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Hey There, Lonely Girl

31 pages28 minutes


Mornings on a subway train, a young woman with brooding eyes and a pained expression intrigues Jack Roberts, a psychologist. What's the cause of her unhappiness--a problem at home, on the job, or with a boyfriend? He wonders.
Meanwhile at the clinic where he is a therapist, he takes great pride on his ability to relate with all kinds of clients. That is until Ryan Goodman shows up in his office. His arrogance, egotism, and rudeness are too much for Jack who asks the director to assign him to another therapist. When, however, to his dismay, Amy Dwyer, the young woman with the downcast eyes and sad look whom he sees mornings on the subway train, appears and begs him to continue working with Ryan, he relents.
Instead of being therapeutic, Jack's next session with him becomes combative. So much so that he decides to confront Amy and tell her the ugly truth about Ryan--namely, that he's a gigolo who preys upon women, uses them, and then casts them aside like worn sneakers. She, however, refuses to believe him. When he insists that she deserves better, she accuses him of unethical conduct and hurries off.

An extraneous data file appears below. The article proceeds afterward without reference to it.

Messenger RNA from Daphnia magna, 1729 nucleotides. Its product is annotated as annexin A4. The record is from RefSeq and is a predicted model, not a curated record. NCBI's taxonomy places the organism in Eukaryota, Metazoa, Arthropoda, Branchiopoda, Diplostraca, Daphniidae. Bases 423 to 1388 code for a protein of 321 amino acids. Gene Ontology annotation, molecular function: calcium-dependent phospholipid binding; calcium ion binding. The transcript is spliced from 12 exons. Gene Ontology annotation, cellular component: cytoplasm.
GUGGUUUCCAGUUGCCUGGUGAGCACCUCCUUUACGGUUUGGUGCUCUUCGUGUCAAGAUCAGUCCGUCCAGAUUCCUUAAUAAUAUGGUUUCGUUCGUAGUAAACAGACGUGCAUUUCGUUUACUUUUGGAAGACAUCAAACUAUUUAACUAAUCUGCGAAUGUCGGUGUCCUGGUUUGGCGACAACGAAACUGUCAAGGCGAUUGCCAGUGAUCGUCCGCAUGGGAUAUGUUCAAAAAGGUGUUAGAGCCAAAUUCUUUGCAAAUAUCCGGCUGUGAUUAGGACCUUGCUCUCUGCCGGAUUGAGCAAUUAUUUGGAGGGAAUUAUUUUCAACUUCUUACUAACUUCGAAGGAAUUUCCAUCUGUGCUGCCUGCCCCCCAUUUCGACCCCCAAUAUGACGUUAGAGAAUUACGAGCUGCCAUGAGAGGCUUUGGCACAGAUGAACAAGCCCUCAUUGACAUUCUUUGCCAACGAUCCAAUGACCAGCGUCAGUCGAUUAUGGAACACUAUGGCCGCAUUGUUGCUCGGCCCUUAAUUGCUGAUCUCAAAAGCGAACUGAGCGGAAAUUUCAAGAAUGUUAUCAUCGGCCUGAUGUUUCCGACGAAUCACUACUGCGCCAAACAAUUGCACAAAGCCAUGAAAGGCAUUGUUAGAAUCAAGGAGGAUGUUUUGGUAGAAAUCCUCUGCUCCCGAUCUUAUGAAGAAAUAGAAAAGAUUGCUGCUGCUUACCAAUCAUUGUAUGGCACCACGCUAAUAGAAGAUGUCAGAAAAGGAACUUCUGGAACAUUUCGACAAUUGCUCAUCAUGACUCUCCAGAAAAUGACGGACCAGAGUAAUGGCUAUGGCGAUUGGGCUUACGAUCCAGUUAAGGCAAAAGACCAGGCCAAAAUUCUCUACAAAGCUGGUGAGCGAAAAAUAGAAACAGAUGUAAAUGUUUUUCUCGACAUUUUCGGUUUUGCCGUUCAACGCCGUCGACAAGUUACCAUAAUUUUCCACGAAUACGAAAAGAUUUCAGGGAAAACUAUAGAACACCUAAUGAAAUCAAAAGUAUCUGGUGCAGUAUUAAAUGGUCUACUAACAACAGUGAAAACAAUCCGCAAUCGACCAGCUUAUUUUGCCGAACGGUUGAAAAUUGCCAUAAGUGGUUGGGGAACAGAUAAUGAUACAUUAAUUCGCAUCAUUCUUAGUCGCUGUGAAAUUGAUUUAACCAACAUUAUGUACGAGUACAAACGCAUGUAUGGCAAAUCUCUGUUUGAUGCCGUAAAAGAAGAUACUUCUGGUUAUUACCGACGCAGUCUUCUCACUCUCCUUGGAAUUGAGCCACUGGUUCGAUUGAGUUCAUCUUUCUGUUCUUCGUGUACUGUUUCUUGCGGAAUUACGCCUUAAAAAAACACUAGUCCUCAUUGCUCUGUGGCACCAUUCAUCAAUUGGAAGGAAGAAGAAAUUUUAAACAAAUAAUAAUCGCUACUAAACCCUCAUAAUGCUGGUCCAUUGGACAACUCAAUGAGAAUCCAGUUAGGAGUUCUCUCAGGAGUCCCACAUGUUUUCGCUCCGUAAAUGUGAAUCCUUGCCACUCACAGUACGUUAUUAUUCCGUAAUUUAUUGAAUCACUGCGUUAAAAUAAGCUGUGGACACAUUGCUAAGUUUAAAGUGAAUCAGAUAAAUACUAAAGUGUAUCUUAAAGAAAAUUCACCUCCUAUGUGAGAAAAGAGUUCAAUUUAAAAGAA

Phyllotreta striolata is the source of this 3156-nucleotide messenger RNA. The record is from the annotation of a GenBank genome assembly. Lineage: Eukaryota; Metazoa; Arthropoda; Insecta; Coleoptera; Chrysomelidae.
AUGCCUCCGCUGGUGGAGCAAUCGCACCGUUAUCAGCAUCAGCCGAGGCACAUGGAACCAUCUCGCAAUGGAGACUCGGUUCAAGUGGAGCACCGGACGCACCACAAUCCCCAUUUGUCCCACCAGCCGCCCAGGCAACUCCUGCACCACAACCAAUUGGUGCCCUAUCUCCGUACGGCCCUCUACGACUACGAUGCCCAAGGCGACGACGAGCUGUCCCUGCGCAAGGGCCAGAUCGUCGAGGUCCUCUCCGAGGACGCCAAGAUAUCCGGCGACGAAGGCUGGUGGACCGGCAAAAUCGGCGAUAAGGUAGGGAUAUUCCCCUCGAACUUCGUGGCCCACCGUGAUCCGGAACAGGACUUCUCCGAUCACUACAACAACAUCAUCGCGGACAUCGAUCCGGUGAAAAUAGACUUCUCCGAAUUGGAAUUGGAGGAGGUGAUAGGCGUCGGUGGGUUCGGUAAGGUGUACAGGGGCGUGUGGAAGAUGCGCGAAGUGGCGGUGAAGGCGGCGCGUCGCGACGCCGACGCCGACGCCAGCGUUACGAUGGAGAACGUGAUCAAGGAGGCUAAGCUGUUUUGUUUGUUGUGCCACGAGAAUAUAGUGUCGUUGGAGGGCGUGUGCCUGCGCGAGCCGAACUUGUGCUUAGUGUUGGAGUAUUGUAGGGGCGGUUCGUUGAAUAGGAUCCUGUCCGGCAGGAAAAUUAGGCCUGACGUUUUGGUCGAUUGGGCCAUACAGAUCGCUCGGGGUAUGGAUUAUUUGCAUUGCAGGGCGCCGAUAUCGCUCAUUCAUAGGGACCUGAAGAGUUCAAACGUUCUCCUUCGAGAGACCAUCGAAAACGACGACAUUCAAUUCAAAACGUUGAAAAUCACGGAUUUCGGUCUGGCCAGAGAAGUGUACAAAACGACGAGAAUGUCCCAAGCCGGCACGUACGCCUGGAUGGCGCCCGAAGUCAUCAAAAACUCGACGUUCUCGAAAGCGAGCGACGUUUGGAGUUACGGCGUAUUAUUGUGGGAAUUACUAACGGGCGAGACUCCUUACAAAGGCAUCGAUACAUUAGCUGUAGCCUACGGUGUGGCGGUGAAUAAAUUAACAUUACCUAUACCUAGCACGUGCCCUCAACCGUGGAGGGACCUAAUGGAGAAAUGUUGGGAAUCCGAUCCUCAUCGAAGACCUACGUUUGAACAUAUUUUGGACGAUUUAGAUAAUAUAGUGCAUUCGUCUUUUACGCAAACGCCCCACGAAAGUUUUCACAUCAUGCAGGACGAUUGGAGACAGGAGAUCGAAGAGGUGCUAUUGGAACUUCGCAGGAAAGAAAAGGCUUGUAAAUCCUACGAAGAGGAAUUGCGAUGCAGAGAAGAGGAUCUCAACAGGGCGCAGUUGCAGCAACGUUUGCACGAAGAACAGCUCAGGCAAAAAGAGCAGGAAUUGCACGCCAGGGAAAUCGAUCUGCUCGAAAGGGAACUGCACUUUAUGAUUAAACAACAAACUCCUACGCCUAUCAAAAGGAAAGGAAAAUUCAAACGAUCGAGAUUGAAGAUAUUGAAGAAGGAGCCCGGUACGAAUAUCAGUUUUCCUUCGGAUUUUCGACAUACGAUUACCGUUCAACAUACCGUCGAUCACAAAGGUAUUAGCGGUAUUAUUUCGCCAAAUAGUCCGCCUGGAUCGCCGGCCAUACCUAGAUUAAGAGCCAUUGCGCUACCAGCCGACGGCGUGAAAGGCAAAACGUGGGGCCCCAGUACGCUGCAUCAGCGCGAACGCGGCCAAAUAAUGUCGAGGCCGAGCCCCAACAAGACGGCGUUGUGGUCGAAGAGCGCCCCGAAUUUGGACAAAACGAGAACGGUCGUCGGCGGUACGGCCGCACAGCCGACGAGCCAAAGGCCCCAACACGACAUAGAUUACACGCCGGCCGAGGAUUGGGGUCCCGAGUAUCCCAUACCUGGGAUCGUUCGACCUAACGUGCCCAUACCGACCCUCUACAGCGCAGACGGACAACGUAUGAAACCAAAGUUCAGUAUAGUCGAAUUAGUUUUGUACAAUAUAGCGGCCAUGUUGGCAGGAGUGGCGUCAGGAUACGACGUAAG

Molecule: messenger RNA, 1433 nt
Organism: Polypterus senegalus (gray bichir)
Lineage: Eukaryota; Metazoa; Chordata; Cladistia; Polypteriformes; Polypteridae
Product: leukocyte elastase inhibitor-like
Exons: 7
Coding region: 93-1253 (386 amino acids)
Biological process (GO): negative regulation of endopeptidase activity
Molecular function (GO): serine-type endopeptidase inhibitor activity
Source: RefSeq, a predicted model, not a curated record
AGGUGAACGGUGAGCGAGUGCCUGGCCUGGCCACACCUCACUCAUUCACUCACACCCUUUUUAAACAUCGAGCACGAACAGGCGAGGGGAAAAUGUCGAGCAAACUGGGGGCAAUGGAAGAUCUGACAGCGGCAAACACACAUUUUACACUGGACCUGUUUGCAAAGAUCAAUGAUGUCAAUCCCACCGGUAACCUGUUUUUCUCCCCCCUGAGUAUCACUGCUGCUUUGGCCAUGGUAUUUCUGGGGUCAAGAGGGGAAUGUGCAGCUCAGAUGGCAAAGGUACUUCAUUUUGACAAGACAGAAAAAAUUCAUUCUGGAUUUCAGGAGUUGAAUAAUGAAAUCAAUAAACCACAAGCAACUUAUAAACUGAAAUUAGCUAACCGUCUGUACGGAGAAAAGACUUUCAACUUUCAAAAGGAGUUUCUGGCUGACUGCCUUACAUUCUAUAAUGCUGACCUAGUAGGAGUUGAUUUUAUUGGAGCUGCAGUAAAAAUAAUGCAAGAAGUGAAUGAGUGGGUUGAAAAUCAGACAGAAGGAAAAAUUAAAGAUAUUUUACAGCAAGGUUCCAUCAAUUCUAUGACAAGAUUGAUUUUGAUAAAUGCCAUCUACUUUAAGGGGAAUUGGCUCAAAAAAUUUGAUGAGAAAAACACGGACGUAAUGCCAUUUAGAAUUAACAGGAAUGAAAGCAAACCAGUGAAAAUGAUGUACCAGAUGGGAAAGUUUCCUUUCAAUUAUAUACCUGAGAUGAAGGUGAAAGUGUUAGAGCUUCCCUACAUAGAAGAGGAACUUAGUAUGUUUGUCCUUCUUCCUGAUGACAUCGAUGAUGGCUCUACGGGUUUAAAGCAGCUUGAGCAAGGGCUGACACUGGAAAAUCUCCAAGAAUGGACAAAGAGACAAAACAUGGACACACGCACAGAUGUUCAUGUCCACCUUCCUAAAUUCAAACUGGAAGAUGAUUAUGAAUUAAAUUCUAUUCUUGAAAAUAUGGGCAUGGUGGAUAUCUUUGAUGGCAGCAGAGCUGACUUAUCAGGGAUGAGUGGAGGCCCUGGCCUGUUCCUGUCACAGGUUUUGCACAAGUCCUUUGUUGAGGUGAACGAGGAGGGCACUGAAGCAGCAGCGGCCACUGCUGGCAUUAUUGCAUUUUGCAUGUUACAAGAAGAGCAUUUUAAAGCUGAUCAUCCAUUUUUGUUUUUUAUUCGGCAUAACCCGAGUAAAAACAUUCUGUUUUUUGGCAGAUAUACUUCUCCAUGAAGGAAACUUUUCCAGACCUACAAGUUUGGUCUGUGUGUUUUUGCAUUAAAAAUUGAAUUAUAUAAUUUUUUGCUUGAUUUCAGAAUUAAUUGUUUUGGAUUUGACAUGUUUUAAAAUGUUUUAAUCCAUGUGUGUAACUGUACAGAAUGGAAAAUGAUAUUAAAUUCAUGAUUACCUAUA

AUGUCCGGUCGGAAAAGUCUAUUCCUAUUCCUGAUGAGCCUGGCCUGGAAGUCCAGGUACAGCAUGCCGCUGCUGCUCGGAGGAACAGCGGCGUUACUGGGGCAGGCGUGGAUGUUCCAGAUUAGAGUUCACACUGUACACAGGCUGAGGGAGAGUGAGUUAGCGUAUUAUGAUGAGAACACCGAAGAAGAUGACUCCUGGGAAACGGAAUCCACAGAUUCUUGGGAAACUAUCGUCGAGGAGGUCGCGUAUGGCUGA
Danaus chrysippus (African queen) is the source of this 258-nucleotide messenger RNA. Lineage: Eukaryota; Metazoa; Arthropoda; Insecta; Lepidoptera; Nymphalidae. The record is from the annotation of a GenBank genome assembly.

All too soon, Jack's prediction comes true; for Ryan runs off with the director of the clinic, who has resigned. Remorseful about the way in which he confronted Amy and ashamed of having violated his code of ethics in doing so, he tries to forget her. But he can't; for he is in love with her.
Only when she stops by to thank him for trying to get through her thick head the truth about Ryan, is he able, in turn, to reveal his true feelings for her. That moment marks a new beginning for both of them.

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